A great deal of credit also belongs to Chicago Federation of Labor President Dennis Gannon. By some accounts, his shuttle diplomacy at the climax pretty much clinched the deal between County President Todd Stroger, liberal board member and swing vote Larry Suffredin, and some of the other stakeholders. The tax increases were no larger than immediately necessary and the health services reform ordinance was largely what the Network had proposed albeit possibly less "independent."

    Taxes were the big story for the mainstream media. This increase will make the sales tax in Chicago the highest in the nation. In addition to being regressive, it will likely discourage commerce compared to the suburbs. But this is only a small part of the story. The sales tax increase is estimated to be worth $400 million in additional revenue per year but only brings $74 million (the increase happens just in time for Christmas shopping) against the estimated $234 million deficit this year. The rest of this year's deficit is being made up by the anticipated surplus next year. But according to the Center for Tax and Budget Accountability, Cook County's revenue problems are primarily structural. The taxes the County has available to it will not cover the anticipated increases in expenses. If this year's deficit was about $200 million, next year's will likely be about $400 million. The problem is resolved for this year, and with management efficiencies maybe next year, but feces will be airborne again in 2010.

    In this context, a possibly independent and professional board may be a risky victory. Stroger is certainly sensitive to the issues of services and good jobs in "The Community." Cynics will sneer, with more than a little justification, "patronage" instead. Yet most patronage these days is not in the form of jobs but in the form of contracts. Politics is nowhere near as labor-intensive as it once was; money counts for more. If County finances become impossible, what better armor for a politician's hind end than an independent board to make nasty decisions like privatization or massive cuts?

    The other part of the tax story, though, is the money not being collected. Some of this is part of the current left critique: the ubiquitous Tax Increment Financing districts that skim increases in property tax revenue to opaque and unaccountable local projects. But with regard to property taxes, there is always a considerable pool of other money that is not being collected. Tax bills that are being appealed, bills that are being contested in court, bills that are being settled for change on the dollar, bills that won't ever be paid. Likewise, the sales tax is also evaded. How many dollars are missing? It can amount to more money than you might expect, but that's a subject for another story.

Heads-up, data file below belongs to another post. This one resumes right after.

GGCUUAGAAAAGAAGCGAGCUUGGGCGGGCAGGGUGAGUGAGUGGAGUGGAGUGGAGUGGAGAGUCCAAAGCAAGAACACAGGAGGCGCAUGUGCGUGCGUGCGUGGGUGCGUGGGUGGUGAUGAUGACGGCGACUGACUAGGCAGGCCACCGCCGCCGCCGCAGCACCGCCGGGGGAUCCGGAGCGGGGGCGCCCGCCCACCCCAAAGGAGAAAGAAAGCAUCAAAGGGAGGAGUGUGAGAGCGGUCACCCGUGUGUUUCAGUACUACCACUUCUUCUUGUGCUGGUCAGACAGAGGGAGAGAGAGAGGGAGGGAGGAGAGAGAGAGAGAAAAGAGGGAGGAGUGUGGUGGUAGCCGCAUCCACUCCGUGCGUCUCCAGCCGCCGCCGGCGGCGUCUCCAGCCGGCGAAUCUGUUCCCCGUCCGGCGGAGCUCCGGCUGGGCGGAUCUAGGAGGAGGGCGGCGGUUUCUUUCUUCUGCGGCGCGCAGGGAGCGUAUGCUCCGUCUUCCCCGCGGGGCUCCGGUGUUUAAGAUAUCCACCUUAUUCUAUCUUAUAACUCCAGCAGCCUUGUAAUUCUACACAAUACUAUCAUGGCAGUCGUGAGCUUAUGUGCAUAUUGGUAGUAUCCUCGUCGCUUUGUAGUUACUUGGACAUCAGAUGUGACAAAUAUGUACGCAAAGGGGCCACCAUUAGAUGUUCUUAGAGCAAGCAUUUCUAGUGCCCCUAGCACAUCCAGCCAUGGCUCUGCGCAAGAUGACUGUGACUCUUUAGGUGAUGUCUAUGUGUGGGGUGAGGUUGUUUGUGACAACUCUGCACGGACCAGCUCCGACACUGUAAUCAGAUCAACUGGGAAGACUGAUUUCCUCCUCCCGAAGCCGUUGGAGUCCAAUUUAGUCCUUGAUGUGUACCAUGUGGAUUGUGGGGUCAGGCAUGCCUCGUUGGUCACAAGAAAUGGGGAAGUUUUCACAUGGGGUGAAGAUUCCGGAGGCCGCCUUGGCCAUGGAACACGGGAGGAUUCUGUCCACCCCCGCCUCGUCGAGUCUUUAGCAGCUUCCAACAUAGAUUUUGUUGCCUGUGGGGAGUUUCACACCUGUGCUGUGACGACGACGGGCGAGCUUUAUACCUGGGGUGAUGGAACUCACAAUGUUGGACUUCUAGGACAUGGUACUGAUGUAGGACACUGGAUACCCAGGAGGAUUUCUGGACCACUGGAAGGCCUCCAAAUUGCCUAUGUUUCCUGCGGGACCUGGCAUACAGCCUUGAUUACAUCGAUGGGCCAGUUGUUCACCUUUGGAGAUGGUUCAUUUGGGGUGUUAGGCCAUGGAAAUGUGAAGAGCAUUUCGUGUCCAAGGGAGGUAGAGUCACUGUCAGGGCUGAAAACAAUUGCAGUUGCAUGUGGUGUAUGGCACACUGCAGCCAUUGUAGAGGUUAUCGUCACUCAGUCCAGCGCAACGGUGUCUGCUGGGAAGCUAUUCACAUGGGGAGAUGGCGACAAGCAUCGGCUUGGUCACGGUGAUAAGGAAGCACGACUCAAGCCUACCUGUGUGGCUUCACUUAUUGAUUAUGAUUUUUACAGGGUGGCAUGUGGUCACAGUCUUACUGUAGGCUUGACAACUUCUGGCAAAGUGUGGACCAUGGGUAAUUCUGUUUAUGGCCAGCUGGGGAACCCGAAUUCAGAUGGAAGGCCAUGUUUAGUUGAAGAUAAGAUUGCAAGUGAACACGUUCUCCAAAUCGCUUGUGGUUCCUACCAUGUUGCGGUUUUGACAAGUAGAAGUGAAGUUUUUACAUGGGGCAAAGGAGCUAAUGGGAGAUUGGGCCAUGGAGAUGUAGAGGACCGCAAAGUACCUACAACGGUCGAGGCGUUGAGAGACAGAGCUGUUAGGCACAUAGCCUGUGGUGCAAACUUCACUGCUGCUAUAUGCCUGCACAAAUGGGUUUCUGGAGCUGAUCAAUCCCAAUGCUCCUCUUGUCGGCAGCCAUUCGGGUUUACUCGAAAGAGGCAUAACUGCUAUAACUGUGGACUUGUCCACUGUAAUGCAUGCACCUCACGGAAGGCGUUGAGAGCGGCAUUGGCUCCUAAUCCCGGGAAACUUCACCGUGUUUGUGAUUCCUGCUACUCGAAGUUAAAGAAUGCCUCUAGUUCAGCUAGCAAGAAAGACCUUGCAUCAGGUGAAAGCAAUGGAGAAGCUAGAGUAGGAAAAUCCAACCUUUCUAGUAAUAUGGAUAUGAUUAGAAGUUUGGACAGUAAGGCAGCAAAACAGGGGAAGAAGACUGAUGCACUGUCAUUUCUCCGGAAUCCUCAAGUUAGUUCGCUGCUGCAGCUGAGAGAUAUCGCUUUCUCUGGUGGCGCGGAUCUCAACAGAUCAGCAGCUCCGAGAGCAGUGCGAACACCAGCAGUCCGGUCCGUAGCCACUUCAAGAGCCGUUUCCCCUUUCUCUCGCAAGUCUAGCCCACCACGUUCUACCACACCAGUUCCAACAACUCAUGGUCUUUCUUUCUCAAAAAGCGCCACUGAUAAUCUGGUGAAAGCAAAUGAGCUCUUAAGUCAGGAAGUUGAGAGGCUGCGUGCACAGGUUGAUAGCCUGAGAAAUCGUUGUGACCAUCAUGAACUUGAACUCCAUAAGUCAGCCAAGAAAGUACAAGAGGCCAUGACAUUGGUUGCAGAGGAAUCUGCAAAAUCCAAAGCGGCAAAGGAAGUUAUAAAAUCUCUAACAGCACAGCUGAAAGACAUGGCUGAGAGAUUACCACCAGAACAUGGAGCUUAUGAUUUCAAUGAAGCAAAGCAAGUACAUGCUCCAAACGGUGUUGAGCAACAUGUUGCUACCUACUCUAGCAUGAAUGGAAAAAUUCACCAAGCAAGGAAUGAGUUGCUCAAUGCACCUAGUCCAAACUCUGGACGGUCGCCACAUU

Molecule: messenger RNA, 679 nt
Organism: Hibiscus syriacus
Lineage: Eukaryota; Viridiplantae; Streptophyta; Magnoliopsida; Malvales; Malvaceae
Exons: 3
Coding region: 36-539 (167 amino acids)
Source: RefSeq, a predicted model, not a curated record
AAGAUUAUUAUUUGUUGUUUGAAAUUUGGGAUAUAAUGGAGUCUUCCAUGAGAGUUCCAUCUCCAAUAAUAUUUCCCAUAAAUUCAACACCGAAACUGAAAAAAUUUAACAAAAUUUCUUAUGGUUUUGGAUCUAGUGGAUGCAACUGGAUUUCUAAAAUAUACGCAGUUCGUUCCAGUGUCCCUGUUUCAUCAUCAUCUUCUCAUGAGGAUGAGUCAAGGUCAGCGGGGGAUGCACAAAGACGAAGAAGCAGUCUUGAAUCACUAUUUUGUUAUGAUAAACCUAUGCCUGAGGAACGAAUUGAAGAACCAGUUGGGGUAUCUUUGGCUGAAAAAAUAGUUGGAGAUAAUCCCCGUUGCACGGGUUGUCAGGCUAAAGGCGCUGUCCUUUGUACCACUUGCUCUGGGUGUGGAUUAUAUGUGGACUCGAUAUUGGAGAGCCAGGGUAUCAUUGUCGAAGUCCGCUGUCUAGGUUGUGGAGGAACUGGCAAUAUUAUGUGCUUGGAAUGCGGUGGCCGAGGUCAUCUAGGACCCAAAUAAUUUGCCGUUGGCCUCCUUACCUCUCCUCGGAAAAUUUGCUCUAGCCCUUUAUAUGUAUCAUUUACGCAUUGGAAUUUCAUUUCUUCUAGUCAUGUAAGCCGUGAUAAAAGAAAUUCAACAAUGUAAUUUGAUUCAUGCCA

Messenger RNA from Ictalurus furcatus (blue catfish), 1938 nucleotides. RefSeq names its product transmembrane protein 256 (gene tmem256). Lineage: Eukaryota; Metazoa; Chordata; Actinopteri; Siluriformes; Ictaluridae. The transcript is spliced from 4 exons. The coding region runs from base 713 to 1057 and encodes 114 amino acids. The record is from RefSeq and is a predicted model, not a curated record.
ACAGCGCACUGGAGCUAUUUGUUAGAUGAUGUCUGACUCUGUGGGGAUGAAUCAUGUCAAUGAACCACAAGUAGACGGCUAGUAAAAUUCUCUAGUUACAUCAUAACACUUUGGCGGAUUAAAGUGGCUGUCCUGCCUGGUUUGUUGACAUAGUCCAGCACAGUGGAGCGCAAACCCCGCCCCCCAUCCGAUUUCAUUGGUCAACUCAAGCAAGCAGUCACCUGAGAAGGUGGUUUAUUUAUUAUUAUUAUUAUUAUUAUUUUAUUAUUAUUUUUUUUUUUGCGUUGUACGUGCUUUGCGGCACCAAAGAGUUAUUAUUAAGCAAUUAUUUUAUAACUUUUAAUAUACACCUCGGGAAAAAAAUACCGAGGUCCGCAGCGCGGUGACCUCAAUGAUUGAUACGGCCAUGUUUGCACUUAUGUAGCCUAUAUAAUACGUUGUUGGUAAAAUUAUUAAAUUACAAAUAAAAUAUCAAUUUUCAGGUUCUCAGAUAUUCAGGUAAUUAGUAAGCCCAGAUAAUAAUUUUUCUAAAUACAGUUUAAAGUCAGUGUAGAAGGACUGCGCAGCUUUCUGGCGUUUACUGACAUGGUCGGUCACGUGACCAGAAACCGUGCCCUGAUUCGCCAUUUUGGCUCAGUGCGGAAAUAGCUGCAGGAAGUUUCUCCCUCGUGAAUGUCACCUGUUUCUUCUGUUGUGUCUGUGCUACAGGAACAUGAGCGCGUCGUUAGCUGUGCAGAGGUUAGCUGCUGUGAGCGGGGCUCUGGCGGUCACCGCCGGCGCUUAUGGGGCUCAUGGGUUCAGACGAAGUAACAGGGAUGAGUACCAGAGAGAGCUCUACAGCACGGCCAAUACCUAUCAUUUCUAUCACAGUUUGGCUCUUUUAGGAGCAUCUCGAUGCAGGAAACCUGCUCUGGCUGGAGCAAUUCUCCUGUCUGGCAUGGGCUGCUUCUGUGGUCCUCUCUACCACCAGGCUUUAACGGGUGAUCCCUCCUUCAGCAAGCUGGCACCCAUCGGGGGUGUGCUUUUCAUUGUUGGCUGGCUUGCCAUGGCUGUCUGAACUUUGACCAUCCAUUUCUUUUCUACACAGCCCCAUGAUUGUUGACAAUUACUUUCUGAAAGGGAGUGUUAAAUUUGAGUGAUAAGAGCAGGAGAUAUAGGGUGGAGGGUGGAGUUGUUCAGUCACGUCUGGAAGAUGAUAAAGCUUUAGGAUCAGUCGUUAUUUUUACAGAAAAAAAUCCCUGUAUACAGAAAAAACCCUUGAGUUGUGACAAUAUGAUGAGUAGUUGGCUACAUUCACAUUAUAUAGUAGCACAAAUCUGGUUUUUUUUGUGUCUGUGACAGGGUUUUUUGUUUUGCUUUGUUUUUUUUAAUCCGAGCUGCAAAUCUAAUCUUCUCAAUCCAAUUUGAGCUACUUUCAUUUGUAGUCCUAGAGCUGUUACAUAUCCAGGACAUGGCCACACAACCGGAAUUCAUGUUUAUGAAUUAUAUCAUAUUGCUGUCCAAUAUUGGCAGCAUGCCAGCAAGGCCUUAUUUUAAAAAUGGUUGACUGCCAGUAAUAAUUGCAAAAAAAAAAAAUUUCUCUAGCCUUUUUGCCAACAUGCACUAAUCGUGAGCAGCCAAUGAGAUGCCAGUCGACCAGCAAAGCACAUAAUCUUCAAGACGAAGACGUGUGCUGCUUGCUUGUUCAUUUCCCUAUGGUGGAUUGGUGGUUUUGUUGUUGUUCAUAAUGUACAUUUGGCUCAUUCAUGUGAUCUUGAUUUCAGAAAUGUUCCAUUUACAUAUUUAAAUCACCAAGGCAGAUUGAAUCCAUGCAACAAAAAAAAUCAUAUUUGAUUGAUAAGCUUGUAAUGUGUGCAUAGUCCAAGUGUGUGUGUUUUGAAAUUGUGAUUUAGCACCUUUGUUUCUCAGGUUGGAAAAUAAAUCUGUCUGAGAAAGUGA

Prelude to Revolution:


    April 5, Saturday, 4 PM

    New World Resource Center, 1300 N Western, Chicago

    Panelists: Michael Löwy, Joanna Misnik, William A. Pelz

    Forty years ago, poetry ruled the streets. The uprising of May 1968, during which tanks rolled onto the streets of Paris, was not just a radically defining moment in French history. The revolt by workers and students became a model of how to successfully challenge capitalist power and culture. Tens of thousands of students and 10 million striking workers (roughly half of the working population) took to the streets and shut down the country. Protesters behind barricades battled police whose tear gas and grenades could not stop the insurgency. Without airplanes, transport, gas, or telephone lines, ordinary life was at a standstill. The French government almost fell as President De Gaulle fled to West Germany, and those who thought revolution was not possible in the prosperous West were shocked as the impossible emerged on the streets.

    More than a student revolt, May-June 1968 was a unity among generations of people who achieved consciousness together, forging one of the biggest general strikes in history and a massive wave of popular factory and university occupations that made it impossible for the French government to intervene. Old and young workers struck for a 40-hour week with no reduction in wages, old-age pensions at 60 for men and 55 for women, a fifth week of paid holidays for young workers, and expanded trade union rights. A militant women's movement won the struggle for national nursery care, improvements at all levels of education, and the right to abortion. Throughout France action committees controlled by workers, professionals and students administered production and distribution of vital goods and services. All aspects of culture were transformed under democratic control of artists and intellectuals. Indeed, for almost 90 days the entire mode of existence in all its social manifestations came under attack.

    Join us as we examine this remarkable chapter of 20th century history, and reflect on how May-June 1968 has influenced contemporary social justice movements in Chicago and around the world.

    Michael Löwy, born in Brazil, has lived in France since the 1960s. He is emeritus research director in sociology at the National Center for Scientific Research (CNRS) in Paris. He is a prolific author of many books in several languages.